Heinrich Böll Foundation, Anti-Gender Mobilization on the Rise? Strategizing for Gender Equality in Central and Eastern Europe, Böll Foundation, 2015, cz.boell.org/sites/default/files/2015-04-anti-gender-movements-on-the-rise.pdf
Elzbieta Korolczuk, “‘The War on Gender’ from a transnational perspective: Lessons for a feminist strategizing”, Heinrich-Böll-Stiftung, 2014, pl.boell.org/sites/default/files/uploads/2014/10/war_on_gender_korolczuk.pdf
Eszte Kovats and Maari Poim (eds.) (2015), Gender as Symbolic Glue, FEPS, 2015, library.fes.de/pdf-files/bueros/budapest/11382.pdf
Roman Kuhar, “Playing with science: Sexual citizenship and the Roman Catholic Church counter-narratives in Slovenia and Croatia”, Women’s Studies International Forum 49 (2014).
Gerhard Marschütz, “Trojanisches Pferd Gender? Theologische Anmerkungen zur jüngeren Genderdebatte im katholischen Bereich”, in: K. Schlögel and G.M. Prüller-Jagenteufel, (eds.), Aus Liebe zu Gott – im Dienst an den Menschen: Spirituelle, pastorale und ökumenische Dimensionen der Moraltheologie, LIT Verlag, 2014, 433-56.
David Paternotte (2014), Christian Trouble: The Catholic Church and the Subversion of Gender, 2014. In: councilforeuropeanstudies.org/critcom/christian-trouble-the-catholic-church-and-the-subversion-of-gender/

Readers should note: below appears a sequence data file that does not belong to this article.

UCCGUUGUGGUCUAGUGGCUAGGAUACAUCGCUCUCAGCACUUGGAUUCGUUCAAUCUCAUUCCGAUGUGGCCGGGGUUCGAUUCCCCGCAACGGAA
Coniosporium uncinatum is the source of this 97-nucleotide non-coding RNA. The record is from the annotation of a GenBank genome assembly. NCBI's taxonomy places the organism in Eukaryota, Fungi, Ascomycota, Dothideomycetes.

Andrea Peto (2015a), “‘Anti-gender’ mobilizational discourse of conservative and far right parties as a challenge for progressive politics”, in: Gender as Symbolic Glue: The Position and Role of Conservative and Far Right Parties in the Anti-Gender-Mobilization, Eszte Kovats and Maari Poim (eds.), Gender as Symbolic Glue, FEPS, 126-32, library.fes.de/pdf-files/bueros/budapest/11382.pdf
Andrea Peto (2015b), “Gender equality as re-enchantment: Political mobilization times of ‘neo-patriarchal neoliberalism’ and possibilities of bipartisan dialogue”, in: Maari Poim and Judit Tánczos, Woman Up! 2″: A Transatlantic Dialogue, Foundation for European Progressive Studies. 2015, 139-45, www.feps-europe.eu/en/publications/details/298″
Andrea Peto, Zoltán Vasali (2014), “The ‘laboratory’ called Hungary: A challenge for understanding protest movements”, openDemocracy, 20 January 2014, www.opendemocracy.net/can-europe-make-it/andrea-pet%C5%91-zolt%C3%A1n-vasali/%E2%80%98laboratory%E2%80%99-called-hungary-challenge-for-understanding
Volker Zastrow (2006), “Politische Geschlechtsumwandlung”, FAZ, 20 June 2006, www.faz.net/aktuell/politik/gender-mainstreaming-politische-geschlechtsumwandlung-1327841.html
Published 31 July 2015
Original in English
First published by Eurozine
© Andrea Peto / EurozinePDF/PRINT
Power dynamics in Hungarian birthing care
Giving birth at home was only recently legalized in Hungary, and one of its leading advocates still faces prosecution. Attitudes towards birth touch on the history of medicine, the place of women in society, and why mothers feel compelled to pay bribes to have their children delivered.